Budget airlines fight Brown plan to double tax on fares

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The Independent Online

Air travellers could see fares increase by more than 20 per cent if a "green" tax proposed by the Chancellor of the Exchequer goes ahead.

Budget airline customers would be hardest hit by the strategy, which could double air passenger duty (APD). Low-cost carriers are the most likely to pass the full increase on to ticket holders.

The rise in duty, which would result in extra revenue of £800m, is expected to be announced in a White Paper on the aviation industry due in December. Such an increase would likely mean a hike of nearly 22 per cent, for instance, on the £22.99 fares from London to Bilbao, Nice and Rome being advertised by Easyjet.

At the moment, passengers on flights within Britain and Europe pay £5 per single journey if they are travelling on economy tickets and £10 for business and first class fares.

If they are travelling outside Europe the figures are £20 and £40 respectively.

A spokesman for Easyjet said the airline would "fight tooth and nail" to oppose any in increase in the duty. The existing tax was unfair because it was a fixed rate and therefore disproportionately affected airlines which charged lower fares. The Easyjet spokesman said companies which use "25-year-old gas guzzlers" should be made to pay more than those who use more environmentally-friendly aircraft.

The White Paper is also expected to set out plans for the immediate development of a third runway at Heathrow, an option strongly supported on economic grounds by Chancellor Gordon Brown. No 10 is known to favour a second runway at Stansted, partly because extra pollution will affect fewer people, but also because there are fewer sensitive constituencies in the area.

Tony McNulty, the aviation minister, recently warned airport operator BAA that the industry would have to pay for pollution and indicated that the Government was preparing to increase taxation.

The rationale for an increase in the duty is that the extra runway would be a "carrot" for the industry and the tax rise a "stick" so that air travel would not run out of control.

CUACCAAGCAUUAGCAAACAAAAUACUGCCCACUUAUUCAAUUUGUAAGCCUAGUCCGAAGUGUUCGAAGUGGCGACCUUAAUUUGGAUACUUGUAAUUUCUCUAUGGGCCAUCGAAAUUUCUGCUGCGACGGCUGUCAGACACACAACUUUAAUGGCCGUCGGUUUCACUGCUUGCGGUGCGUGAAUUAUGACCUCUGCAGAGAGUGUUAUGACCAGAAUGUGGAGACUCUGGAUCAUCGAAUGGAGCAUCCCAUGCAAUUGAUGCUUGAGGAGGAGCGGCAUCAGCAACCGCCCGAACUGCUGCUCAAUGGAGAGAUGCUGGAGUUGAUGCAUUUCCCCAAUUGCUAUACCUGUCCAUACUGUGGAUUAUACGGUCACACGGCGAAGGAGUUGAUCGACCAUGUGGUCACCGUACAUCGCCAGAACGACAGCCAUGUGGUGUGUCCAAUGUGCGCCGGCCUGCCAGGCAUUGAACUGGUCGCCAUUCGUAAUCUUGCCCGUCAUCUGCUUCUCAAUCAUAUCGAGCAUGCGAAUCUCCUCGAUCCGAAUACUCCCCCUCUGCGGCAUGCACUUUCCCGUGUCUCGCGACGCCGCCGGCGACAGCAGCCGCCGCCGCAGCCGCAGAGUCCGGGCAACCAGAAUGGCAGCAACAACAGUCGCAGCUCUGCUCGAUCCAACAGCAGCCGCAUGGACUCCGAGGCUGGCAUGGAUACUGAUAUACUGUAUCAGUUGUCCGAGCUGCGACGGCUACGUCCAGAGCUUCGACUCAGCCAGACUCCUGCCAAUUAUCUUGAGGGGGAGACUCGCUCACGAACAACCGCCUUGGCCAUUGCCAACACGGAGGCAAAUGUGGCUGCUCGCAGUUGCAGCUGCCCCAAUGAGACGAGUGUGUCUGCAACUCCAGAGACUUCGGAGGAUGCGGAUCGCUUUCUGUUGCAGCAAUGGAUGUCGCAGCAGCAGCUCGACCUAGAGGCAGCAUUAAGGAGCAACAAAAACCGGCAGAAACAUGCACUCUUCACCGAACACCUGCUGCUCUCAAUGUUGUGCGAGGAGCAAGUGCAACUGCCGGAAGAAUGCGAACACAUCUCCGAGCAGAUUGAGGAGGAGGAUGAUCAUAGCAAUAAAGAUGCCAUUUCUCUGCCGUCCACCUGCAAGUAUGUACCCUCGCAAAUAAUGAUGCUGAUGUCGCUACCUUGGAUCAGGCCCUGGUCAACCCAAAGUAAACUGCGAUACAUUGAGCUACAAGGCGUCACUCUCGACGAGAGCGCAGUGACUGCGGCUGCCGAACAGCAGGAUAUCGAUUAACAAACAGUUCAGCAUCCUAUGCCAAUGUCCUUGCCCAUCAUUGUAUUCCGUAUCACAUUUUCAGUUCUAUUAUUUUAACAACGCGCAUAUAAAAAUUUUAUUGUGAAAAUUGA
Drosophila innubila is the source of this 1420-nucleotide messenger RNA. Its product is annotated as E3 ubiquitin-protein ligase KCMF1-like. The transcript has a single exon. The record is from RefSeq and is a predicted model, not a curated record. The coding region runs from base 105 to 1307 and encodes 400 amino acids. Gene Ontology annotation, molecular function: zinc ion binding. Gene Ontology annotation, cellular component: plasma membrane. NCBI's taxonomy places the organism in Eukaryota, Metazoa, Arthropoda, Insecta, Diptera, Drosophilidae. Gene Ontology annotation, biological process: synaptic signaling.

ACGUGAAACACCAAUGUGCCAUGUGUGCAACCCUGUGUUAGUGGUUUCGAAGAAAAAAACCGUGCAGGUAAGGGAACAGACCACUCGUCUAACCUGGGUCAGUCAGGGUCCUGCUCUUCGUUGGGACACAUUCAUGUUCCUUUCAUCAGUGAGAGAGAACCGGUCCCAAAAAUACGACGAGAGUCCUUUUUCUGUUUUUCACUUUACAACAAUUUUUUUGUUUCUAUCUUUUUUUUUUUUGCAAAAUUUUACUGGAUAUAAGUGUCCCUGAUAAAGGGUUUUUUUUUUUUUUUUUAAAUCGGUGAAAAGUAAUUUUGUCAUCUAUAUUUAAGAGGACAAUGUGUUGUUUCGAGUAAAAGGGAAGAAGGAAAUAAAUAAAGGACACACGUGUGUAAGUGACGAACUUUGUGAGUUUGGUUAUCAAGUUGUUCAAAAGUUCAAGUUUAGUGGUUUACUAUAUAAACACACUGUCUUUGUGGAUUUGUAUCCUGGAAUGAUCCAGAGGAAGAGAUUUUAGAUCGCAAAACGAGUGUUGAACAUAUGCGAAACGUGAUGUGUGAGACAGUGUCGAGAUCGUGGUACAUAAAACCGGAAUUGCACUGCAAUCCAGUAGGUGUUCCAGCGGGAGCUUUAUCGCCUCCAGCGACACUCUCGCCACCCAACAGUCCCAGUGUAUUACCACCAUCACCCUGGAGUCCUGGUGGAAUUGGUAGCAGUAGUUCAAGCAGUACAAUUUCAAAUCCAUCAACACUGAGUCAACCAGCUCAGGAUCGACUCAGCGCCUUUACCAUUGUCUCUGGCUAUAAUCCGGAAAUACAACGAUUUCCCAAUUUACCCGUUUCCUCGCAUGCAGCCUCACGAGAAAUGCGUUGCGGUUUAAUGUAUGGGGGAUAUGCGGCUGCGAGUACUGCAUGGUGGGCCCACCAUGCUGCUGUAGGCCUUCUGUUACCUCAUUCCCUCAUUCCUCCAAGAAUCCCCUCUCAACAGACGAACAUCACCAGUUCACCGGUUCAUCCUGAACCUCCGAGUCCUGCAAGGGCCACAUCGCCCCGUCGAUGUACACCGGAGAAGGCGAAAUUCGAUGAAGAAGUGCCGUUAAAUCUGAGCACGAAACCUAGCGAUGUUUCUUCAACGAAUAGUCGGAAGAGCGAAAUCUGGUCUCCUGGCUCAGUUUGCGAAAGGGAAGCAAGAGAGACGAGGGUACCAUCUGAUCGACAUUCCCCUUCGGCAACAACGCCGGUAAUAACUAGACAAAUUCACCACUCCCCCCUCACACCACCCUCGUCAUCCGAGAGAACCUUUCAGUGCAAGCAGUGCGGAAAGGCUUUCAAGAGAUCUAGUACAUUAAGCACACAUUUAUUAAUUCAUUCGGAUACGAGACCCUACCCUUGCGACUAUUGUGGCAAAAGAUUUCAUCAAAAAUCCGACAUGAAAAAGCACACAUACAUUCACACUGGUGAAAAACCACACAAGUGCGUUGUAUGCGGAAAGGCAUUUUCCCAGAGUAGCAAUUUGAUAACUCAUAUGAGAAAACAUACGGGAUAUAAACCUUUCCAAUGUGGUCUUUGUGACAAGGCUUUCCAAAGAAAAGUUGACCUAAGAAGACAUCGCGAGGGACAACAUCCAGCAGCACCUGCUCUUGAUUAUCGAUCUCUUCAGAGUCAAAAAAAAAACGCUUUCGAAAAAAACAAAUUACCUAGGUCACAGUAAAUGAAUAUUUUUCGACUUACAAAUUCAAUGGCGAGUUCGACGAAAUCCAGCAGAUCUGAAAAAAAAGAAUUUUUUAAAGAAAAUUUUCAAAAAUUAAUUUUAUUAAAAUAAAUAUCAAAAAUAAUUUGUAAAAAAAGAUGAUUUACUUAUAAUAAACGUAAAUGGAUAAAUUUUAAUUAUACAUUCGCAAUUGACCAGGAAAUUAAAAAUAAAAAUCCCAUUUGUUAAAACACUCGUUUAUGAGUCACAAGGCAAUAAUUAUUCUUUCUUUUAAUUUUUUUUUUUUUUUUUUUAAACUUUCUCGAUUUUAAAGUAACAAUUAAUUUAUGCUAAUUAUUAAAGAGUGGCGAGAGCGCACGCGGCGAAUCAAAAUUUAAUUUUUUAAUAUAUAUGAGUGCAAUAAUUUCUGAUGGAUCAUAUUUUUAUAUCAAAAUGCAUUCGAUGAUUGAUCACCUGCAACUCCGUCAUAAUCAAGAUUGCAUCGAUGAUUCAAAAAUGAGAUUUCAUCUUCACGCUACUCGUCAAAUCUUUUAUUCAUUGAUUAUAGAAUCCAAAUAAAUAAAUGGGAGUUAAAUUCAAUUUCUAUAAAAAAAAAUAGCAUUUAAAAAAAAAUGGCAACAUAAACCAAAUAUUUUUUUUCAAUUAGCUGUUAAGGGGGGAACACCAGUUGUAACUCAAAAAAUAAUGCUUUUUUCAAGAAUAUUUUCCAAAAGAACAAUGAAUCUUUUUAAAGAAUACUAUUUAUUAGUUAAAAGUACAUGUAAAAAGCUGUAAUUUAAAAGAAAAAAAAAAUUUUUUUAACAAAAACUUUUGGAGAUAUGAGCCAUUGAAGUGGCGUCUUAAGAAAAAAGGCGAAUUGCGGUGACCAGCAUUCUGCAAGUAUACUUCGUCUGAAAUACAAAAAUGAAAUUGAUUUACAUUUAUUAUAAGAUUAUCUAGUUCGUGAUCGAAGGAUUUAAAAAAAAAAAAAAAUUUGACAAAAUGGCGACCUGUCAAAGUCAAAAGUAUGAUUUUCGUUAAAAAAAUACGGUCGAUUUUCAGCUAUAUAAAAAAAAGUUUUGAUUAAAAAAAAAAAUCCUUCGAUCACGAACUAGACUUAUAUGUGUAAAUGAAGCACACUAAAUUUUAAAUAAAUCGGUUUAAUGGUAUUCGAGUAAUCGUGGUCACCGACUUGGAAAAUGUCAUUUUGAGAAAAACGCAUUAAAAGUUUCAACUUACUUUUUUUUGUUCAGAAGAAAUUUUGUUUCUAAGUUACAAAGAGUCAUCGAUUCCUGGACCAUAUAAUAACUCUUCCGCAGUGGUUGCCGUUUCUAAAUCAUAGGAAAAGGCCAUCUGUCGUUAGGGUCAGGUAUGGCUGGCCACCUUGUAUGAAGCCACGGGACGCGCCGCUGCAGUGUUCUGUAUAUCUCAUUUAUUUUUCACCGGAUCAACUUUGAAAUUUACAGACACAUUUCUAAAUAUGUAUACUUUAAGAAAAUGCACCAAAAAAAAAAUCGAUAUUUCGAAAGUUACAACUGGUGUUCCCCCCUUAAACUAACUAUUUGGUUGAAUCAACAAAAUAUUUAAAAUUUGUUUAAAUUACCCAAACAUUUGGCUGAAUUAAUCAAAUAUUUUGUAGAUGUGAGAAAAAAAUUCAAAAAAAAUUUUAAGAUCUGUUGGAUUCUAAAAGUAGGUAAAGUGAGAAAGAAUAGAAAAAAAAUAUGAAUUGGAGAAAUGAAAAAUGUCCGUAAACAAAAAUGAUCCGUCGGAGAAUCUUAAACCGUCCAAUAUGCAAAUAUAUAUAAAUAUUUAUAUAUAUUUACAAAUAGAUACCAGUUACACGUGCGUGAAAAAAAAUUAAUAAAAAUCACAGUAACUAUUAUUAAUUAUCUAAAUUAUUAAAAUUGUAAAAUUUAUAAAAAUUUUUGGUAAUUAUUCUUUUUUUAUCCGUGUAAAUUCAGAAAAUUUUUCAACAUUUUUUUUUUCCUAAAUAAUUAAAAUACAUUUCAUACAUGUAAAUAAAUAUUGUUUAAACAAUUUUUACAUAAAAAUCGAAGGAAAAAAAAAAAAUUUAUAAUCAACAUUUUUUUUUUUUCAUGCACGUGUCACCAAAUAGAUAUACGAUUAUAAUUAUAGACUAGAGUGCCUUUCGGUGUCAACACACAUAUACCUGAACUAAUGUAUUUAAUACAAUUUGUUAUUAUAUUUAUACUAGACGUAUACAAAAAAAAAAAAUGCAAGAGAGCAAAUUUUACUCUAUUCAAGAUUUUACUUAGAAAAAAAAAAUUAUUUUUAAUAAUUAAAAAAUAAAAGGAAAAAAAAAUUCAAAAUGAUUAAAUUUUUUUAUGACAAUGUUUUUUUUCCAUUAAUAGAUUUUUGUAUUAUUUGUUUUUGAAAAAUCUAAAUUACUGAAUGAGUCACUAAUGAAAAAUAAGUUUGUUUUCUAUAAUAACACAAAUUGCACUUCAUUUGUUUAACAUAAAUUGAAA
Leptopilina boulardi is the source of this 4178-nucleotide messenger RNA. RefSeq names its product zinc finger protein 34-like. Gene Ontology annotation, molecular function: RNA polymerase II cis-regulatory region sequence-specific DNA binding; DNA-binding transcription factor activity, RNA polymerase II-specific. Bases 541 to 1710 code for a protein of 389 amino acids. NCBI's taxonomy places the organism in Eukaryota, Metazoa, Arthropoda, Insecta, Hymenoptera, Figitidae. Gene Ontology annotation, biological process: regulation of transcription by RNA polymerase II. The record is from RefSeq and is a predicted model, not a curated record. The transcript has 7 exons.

One alternative to increasing the APD is imposing a tax on aviation fuel. Critics of such a strategy point out that it would mean many aircraft would get around the tax by refueling outside Britain.

Another option, favoured by British Airways and BAA, would be to allow "emissions trading" so that developed countries would use up the pollution levels allotted to poorer nations and pay them compensation. An increase in APD would be quicker to implement and simpler to operate.

Britain's economically deprived regions are bitterly opposed to any increase in the tax because they believe it would affect their airports more than those in prosperous areas. Airports like Swansea, Newquay, Liverpool and Sheffield, which are all in areas designated by the EU as needing economic help, say they will lose services.

Neil Pakey, managing director of Liverpool John Lennon airport, said that an increase in duty would be a "huge hindrance" to economic development in Merseyside and other deprived areas.

The airport was already competing with continental counterparts which were protected by their governments. Mr Pakey said the budget airlines which used the Liverpool airport were on tight profit margins.

Airport operator TBI, which owns the Luton, Cardiff and Belfast airports, is also involved in the campaign to oppose an increase in APD.

The only British region with an exemption from the tax is the Highlands and Islands where passengers using the 10 airports do not pay the levy.

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